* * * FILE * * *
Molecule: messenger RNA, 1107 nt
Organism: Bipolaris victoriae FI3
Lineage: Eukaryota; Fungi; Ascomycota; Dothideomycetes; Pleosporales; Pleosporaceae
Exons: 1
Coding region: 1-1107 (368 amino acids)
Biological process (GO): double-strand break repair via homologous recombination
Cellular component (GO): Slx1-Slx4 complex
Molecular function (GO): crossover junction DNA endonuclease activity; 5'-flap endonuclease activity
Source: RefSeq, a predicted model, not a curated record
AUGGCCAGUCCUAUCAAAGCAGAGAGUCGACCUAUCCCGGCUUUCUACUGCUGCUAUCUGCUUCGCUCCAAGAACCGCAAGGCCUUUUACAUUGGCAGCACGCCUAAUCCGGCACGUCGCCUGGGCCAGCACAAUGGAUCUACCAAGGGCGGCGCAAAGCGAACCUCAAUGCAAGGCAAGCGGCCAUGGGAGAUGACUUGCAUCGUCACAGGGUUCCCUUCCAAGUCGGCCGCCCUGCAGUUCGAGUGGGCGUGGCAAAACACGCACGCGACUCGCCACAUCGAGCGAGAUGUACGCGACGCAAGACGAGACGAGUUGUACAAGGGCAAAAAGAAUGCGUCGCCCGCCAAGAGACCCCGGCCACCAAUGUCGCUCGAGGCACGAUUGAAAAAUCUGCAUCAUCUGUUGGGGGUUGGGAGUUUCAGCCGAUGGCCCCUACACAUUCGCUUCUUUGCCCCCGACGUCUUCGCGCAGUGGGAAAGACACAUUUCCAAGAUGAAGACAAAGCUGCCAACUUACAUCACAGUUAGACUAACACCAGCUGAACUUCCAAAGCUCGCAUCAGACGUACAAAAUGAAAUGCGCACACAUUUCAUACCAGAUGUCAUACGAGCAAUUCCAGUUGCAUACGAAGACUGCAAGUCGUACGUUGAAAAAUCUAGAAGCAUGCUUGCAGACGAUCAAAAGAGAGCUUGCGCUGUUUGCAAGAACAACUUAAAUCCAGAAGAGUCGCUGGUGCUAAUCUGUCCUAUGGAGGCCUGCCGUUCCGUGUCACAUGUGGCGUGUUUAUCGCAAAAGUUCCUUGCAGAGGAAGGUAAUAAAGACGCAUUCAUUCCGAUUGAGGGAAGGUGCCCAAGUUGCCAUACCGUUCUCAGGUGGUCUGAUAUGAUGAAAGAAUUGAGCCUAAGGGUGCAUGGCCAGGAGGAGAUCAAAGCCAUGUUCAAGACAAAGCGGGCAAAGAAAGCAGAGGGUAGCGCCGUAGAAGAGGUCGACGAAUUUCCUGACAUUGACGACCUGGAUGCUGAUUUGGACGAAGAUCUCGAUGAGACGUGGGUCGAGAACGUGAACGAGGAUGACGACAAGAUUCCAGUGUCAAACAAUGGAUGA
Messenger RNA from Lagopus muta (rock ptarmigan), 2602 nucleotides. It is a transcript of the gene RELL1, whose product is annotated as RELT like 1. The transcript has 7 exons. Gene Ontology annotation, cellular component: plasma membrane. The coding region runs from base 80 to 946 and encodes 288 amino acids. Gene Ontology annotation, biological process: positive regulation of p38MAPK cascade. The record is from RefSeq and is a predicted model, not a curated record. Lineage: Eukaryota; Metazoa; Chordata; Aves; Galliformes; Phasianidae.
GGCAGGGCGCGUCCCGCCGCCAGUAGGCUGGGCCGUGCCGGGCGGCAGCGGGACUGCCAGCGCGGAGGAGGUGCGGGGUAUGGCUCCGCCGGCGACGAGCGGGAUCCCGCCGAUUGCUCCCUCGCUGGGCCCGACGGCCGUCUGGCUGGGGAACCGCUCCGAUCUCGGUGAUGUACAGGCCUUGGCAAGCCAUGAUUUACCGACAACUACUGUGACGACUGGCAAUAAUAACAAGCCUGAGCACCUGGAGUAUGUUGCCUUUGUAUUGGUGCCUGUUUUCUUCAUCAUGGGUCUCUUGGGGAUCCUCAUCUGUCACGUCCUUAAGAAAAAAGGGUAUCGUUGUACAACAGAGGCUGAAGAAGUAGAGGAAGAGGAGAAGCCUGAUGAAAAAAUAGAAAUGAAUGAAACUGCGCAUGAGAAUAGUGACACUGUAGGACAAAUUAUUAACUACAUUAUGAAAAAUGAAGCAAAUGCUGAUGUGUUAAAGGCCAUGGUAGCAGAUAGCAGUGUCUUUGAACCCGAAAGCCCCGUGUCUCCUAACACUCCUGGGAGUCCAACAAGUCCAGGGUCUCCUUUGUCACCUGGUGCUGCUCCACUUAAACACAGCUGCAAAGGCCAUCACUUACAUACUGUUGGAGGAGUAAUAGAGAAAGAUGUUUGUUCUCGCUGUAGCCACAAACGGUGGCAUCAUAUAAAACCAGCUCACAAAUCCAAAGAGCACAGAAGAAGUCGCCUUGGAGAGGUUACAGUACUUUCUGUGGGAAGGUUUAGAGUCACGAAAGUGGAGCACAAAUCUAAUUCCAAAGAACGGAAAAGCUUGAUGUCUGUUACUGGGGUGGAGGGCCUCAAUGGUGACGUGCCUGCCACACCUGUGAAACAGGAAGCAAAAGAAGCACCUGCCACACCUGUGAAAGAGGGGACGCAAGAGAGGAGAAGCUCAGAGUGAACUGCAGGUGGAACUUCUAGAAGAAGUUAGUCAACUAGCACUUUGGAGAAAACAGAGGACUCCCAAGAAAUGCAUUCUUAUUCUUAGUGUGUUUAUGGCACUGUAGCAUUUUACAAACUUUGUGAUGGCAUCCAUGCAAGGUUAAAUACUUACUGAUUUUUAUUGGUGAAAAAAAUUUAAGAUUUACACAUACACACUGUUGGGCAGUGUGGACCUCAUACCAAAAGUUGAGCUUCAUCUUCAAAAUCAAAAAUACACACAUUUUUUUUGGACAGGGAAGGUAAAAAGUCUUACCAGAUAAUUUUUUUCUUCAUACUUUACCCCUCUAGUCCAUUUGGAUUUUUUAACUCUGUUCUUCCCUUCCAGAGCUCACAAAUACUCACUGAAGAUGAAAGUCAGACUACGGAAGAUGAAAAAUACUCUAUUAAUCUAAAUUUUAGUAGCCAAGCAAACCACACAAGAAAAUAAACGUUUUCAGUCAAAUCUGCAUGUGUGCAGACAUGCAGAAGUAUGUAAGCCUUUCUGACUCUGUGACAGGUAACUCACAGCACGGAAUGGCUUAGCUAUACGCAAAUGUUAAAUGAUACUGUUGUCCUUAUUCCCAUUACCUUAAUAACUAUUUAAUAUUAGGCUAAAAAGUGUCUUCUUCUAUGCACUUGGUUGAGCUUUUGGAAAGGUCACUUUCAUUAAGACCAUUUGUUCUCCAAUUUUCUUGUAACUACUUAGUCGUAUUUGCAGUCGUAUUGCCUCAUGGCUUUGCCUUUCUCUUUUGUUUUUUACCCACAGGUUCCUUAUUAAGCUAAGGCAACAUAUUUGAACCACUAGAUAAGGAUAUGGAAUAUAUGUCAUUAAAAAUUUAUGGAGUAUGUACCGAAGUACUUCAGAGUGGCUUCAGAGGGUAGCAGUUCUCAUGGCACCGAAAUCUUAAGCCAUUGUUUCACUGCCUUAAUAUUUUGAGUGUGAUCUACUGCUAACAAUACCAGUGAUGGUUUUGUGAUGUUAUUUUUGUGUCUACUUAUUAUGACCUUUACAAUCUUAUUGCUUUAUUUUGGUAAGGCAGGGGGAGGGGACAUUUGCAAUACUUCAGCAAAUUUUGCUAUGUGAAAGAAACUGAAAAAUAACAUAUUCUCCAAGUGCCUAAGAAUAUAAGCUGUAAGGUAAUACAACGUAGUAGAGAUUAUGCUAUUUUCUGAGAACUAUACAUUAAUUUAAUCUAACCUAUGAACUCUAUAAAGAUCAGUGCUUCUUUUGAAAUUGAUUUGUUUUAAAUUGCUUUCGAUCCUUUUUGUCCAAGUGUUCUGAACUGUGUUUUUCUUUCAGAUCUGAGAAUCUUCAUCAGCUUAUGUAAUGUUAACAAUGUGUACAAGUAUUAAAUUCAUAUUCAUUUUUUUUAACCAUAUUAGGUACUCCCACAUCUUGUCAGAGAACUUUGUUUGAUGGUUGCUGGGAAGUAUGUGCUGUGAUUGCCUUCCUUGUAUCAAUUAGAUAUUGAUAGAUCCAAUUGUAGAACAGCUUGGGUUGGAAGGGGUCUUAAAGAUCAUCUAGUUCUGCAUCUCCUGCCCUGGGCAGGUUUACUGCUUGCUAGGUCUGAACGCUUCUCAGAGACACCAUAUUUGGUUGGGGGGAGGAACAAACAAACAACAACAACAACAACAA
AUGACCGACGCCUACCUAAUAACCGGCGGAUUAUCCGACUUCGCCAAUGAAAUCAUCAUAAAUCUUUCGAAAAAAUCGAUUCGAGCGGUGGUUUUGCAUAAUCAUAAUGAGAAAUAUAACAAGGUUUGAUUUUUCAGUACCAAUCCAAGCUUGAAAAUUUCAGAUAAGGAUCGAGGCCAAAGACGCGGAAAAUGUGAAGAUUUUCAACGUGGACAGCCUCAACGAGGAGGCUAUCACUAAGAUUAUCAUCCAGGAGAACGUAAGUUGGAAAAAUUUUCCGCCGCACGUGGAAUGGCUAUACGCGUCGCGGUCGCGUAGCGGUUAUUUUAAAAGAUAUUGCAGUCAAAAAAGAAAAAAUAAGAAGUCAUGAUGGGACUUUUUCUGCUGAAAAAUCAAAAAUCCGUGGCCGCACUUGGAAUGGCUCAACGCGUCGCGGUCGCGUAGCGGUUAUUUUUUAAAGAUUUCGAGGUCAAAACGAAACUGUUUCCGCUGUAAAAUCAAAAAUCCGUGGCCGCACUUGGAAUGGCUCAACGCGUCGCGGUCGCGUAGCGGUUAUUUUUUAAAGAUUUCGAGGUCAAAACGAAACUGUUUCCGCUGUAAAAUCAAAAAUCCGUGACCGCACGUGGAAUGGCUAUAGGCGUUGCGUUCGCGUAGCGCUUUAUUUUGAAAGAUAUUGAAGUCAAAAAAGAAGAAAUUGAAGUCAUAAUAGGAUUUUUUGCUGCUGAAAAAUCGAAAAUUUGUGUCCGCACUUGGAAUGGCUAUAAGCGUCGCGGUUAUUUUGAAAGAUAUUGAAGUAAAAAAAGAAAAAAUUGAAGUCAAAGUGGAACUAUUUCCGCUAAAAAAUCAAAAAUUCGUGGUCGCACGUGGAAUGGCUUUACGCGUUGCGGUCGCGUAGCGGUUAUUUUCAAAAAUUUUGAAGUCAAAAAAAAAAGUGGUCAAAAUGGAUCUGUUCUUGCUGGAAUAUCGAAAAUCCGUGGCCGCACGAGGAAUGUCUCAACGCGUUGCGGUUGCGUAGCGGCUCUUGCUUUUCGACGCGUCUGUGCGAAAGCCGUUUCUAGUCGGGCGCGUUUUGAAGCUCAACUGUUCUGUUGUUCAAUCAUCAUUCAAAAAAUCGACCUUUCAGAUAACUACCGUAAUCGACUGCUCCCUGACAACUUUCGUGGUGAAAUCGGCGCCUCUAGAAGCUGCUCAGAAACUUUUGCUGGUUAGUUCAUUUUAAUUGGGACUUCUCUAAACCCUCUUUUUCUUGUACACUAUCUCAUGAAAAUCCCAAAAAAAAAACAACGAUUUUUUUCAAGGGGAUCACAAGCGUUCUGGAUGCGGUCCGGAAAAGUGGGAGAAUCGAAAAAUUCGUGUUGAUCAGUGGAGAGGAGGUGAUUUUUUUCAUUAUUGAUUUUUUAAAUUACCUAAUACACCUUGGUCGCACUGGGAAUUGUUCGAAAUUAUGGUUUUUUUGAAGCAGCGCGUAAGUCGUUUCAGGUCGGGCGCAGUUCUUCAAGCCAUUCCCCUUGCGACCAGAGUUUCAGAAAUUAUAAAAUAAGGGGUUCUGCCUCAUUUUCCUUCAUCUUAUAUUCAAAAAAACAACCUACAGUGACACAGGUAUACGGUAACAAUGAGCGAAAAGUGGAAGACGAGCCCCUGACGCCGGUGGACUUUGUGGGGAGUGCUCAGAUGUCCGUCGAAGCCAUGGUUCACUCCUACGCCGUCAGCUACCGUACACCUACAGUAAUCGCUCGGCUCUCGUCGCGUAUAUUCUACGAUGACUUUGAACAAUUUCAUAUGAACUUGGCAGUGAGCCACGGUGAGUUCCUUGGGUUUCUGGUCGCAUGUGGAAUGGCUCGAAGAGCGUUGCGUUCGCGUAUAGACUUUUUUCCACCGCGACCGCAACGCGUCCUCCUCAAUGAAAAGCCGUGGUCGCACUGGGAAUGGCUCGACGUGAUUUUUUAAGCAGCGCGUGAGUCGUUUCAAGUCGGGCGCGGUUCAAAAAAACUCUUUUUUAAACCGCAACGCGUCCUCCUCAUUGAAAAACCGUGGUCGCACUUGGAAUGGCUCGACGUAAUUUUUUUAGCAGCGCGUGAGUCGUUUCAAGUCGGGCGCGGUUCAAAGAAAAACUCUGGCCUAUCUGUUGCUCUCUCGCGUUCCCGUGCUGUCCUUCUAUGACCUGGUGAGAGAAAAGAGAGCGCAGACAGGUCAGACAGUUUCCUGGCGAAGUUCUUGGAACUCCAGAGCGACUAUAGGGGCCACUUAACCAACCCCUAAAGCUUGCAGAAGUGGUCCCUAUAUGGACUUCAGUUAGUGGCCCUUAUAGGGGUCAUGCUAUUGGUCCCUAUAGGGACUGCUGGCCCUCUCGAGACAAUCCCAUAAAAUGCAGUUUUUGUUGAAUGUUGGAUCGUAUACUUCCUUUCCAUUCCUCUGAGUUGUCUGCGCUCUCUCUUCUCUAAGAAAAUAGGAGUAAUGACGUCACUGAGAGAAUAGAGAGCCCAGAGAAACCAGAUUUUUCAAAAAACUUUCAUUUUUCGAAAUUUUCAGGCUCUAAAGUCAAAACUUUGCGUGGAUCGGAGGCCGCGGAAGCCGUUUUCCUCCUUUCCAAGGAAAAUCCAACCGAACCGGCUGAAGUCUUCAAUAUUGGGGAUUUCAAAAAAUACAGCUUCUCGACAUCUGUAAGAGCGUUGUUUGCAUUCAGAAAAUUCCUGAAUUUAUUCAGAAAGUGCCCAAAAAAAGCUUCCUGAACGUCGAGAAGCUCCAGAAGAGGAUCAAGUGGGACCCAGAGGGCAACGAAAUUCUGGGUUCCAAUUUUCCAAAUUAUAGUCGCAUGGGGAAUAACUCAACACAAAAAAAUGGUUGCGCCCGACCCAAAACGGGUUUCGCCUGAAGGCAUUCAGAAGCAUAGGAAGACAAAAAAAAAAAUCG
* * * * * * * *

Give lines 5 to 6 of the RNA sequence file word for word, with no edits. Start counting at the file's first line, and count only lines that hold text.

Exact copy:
Coding region: 1-1107 (368 amino acids)
Biological process (GO): double-strand break repair via homologous recombination